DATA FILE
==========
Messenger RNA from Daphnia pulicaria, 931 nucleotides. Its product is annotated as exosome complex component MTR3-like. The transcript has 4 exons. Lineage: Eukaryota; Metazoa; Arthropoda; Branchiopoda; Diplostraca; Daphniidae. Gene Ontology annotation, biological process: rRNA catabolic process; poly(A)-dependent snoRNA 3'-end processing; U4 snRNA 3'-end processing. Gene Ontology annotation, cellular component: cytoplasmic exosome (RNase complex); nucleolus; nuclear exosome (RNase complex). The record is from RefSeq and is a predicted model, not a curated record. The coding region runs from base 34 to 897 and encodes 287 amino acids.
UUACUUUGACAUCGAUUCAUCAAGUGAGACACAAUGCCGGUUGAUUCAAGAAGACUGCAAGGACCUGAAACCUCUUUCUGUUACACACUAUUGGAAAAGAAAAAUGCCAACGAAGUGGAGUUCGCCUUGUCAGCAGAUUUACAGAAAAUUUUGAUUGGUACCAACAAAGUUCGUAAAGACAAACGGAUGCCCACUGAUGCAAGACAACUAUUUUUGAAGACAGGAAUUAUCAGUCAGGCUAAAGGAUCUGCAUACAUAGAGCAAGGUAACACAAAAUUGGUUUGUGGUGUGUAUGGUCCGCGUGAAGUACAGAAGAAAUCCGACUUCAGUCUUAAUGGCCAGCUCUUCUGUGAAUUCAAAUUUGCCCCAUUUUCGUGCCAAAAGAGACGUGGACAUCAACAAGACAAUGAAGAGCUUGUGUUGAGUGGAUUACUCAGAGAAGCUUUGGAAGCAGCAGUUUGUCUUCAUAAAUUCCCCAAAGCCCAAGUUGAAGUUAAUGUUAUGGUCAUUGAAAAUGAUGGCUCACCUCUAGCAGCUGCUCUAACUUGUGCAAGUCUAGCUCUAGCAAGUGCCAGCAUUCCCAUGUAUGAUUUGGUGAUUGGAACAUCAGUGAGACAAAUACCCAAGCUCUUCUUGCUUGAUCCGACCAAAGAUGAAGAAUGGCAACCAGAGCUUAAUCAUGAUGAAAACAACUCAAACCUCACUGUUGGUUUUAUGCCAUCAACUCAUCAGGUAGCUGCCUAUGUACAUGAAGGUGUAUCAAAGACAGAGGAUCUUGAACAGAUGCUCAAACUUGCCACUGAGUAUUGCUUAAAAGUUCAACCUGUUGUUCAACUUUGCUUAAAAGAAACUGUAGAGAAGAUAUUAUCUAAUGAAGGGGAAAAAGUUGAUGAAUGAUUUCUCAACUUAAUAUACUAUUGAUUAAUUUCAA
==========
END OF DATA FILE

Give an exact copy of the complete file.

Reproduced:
Messenger RNA from Daphnia pulicaria, 931 nucleotides. Its product is annotated as exosome complex component MTR3-like. The transcript has 4 exons. Lineage: Eukaryota; Metazoa; Arthropoda; Branchiopoda; Diplostraca; Daphniidae. Gene Ontology annotation, biological process: rRNA catabolic process; poly(A)-dependent snoRNA 3'-end processing; U4 snRNA 3'-end processing. Gene Ontology annotation, cellular component: cytoplasmic exosome (RNase complex); nucleolus; nuclear exosome (RNase complex). The record is from RefSeq and is a predicted model, not a curated record. The coding region runs from base 34 to 897 and encodes 287 amino acids.
UUACUUUGACAUCGAUUCAUCAAGUGAGACACAAUGCCGGUUGAUUCAAGAAGACUGCAAGGACCUGAAACCUCUUUCUGUUACACACUAUUGGAAAAGAAAAAUGCCAACGAAGUGGAGUUCGCCUUGUCAGCAGAUUUACAGAAAAUUUUGAUUGGUACCAACAAAGUUCGUAAAGACAAACGGAUGCCCACUGAUGCAAGACAACUAUUUUUGAAGACAGGAAUUAUCAGUCAGGCUAAAGGAUCUGCAUACAUAGAGCAAGGUAACACAAAAUUGGUUUGUGGUGUGUAUGGUCCGCGUGAAGUACAGAAGAAAUCCGACUUCAGUCUUAAUGGCCAGCUCUUCUGUGAAUUCAAAUUUGCCCCAUUUUCGUGCCAAAAGAGACGUGGACAUCAACAAGACAAUGAAGAGCUUGUGUUGAGUGGAUUACUCAGAGAAGCUUUGGAAGCAGCAGUUUGUCUUCAUAAAUUCCCCAAAGCCCAAGUUGAAGUUAAUGUUAUGGUCAUUGAAAAUGAUGGCUCACCUCUAGCAGCUGCUCUAACUUGUGCAAGUCUAGCUCUAGCAAGUGCCAGCAUUCCCAUGUAUGAUUUGGUGAUUGGAACAUCAGUGAGACAAAUACCCAAGCUCUUCUUGCUUGAUCCGACCAAAGAUGAAGAAUGGCAACCAGAGCUUAAUCAUGAUGAAAACAACUCAAACCUCACUGUUGGUUUUAUGCCAUCAACUCAUCAGGUAGCUGCCUAUGUACAUGAAGGUGUAUCAAAGACAGAGGAUCUUGAACAGAUGCUCAAACUUGCCACUGAGUAUUGCUUAAAAGUUCAACCUGUUGUUCAACUUUGCUUAAAAGAAACUGUAGAGAAGAUAUUAUCUAAUGAAGGGGAAAAAGUUGAUGAAUGAUUUCUCAACUUAAUAUACUAUUGAUUAAUUUCAA